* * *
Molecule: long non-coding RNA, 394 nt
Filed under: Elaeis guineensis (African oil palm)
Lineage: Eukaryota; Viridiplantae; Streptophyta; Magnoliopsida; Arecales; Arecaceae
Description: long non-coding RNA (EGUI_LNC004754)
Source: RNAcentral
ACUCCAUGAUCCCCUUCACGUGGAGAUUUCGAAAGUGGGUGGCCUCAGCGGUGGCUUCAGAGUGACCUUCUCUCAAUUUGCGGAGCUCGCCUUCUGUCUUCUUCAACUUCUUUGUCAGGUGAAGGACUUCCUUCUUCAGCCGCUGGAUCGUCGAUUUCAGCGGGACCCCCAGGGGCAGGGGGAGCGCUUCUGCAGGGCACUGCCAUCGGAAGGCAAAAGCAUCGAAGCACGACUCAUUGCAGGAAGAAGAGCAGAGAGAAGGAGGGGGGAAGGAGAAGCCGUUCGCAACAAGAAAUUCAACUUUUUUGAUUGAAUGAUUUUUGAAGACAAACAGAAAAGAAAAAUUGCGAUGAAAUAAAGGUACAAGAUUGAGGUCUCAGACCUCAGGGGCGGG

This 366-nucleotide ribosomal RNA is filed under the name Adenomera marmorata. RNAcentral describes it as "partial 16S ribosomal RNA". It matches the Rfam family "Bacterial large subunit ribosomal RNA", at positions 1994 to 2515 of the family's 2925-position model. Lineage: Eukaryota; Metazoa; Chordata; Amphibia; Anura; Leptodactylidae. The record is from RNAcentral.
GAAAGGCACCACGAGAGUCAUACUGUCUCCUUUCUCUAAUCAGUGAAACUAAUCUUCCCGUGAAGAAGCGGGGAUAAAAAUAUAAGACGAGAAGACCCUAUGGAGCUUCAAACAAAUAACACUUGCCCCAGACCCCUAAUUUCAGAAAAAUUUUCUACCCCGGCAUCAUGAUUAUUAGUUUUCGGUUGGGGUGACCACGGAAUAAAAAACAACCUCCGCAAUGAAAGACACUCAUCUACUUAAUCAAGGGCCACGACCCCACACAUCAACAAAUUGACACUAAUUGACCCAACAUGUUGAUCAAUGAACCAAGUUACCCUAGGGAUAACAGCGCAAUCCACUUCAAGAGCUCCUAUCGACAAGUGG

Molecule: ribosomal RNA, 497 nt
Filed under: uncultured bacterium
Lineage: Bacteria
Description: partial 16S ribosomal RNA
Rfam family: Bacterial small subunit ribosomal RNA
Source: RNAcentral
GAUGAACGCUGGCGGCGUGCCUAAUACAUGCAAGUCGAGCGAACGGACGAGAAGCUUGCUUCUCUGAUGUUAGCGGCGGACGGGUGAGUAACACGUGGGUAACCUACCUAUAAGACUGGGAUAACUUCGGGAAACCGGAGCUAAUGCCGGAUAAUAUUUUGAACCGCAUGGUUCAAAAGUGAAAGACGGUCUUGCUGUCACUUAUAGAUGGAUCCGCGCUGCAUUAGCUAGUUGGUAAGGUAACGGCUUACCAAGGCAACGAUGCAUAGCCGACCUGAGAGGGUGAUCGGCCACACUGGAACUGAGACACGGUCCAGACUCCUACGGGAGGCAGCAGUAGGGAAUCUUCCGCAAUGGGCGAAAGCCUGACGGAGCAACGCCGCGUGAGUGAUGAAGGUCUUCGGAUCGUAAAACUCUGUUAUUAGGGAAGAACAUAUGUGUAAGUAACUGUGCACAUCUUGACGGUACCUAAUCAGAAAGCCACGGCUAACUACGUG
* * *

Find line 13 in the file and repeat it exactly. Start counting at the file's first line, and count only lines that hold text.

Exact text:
Rfam family: Bacterial small subunit ribosomal RNA